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NCJ Number: 200306 Find in a Library
Title: Initial Process and Outcome Evaluation of Drug Courts in Texas
Author(s): Alma I. Martinez; Michael Eisenberg
Corporate Author: Texas Criminal Justice Policy Council
United States of America
Date Published: January 2003
Page Count: 33
Sponsoring Agency: NCJRS Photocopy Services
Rockville, MD 20849-6000
Texas Criminal Justice Policy Council
Austin, TX 78711
Sale Source: NCJRS Photocopy Services
Box 6000
Rockville, MD 20849-6000
United States of America

Texas Criminal Justice Policy Council
P.O. Box 13332, Capitol Station
Austin, TX 78711
United States of America
Document: PDF
Type: Program/Project Description
Format: Document (Online)
Language: English
Country: United States of America
Annotation: This report presents the evaluations of three drug courts in Texas by the Criminal Justice Policy Council during 2002.
Abstract: The Criminal Justice Policy Program, pursuant to House Bill 1287, conducted process and outcome evaluations for the Dallas DIVERT Court; the Jefferson County Drug Intervention Court; and Travis County’s SHORT Drug Court in order to examine their implementation and operation and to study the recidivism rate of drug court participants. The process evaluations involved the examination of offender characteristics, offender completion rates, and the cost and funding of the drug courts. The outcome evaluations involved the comparison of recidivism rates among drug court participants versus control groups of matched offenders. Criteria used to select the evaluation sites were size of the program, years in operation, and availability of computerized data. Drug courts involve a combination of increased judicial monitoring and supervised treatment. Results of the process evaluations revealed program completion rates of 56 percent, 40 percent, and 51 percent during 2002 in the three drug courts under examination. It was found that completion rates varied by client characteristics, with Anglo or Hispanic clients tending to complete the programs at higher rates than other races. Recommendations for process issues are offered. Results of the outcome evaluations revealed that approximately 39 percent of the drug court participants had been re-arrested within the 2-year follow-up period, as opposed to 59 percent of the comparison group. Drug court participants who did not complete the program had recidivism rates similar to the comparison group. The main conclusions of the evaluations are that drug court participants have significantly lower arrest and incarceration rates than comparison groups and some drug court participants show lower recidivism rates than comparison groups. Recommendations include expanding the drug court model to more Texas jurisdictions.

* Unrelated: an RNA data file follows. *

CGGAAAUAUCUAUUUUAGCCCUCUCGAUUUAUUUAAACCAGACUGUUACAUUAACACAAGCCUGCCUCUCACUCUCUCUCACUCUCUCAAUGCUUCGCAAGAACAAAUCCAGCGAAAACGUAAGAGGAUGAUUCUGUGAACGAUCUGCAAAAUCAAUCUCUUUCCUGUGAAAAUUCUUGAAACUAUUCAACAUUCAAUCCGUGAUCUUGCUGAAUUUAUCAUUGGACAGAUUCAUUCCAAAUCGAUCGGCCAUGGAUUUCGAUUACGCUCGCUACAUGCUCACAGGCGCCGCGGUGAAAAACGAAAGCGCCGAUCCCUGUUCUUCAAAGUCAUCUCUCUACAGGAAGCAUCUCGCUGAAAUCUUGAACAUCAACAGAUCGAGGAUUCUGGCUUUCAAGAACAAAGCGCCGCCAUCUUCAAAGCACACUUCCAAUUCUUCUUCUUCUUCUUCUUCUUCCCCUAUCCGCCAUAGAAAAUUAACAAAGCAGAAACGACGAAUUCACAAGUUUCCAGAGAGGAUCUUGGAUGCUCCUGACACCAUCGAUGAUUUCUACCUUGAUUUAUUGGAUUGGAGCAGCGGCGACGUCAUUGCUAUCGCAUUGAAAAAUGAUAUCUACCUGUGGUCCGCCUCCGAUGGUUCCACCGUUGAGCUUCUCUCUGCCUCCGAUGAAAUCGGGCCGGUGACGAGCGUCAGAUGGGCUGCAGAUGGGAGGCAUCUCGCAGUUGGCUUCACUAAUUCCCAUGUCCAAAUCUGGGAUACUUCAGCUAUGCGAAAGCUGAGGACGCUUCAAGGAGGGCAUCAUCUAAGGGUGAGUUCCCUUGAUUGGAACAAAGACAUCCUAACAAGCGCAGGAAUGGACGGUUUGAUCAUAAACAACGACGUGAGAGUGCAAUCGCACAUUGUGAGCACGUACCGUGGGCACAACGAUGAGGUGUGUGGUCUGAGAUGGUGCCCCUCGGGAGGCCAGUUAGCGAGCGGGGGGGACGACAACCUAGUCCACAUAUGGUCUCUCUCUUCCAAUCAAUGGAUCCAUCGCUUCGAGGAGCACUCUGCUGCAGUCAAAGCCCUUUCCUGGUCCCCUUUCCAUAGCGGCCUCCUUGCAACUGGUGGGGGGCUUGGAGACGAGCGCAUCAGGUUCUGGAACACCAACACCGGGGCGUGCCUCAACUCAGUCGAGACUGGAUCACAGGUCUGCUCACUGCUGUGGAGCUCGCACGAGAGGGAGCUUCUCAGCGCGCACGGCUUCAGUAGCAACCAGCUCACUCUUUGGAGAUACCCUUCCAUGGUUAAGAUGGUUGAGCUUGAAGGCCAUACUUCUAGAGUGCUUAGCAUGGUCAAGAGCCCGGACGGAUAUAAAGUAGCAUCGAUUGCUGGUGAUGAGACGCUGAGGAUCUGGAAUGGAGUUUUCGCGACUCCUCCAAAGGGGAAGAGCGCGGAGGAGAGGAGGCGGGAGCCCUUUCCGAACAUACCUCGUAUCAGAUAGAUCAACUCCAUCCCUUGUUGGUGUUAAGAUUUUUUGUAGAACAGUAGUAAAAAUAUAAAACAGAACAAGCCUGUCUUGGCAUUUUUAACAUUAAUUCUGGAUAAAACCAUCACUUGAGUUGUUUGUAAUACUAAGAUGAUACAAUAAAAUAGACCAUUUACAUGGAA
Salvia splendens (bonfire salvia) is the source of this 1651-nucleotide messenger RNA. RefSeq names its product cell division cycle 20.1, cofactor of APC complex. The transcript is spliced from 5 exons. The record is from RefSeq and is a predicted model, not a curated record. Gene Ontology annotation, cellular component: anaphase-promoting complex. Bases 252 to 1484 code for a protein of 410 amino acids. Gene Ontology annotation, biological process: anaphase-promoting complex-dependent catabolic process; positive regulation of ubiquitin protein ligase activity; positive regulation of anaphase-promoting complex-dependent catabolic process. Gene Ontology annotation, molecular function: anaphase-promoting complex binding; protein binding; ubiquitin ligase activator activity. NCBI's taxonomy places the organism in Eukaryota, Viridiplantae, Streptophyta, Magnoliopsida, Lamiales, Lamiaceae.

Main Term(s): Criminal justice program evaluation; Drug Courts
Index Term(s): Drug abuse; Drug treatment programs; Texas; Treatment effectiveness
Note: Downloaded May 12, 2003.
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http://www.ncjrs.gov/App/publications/abstract.aspx?ID=200306

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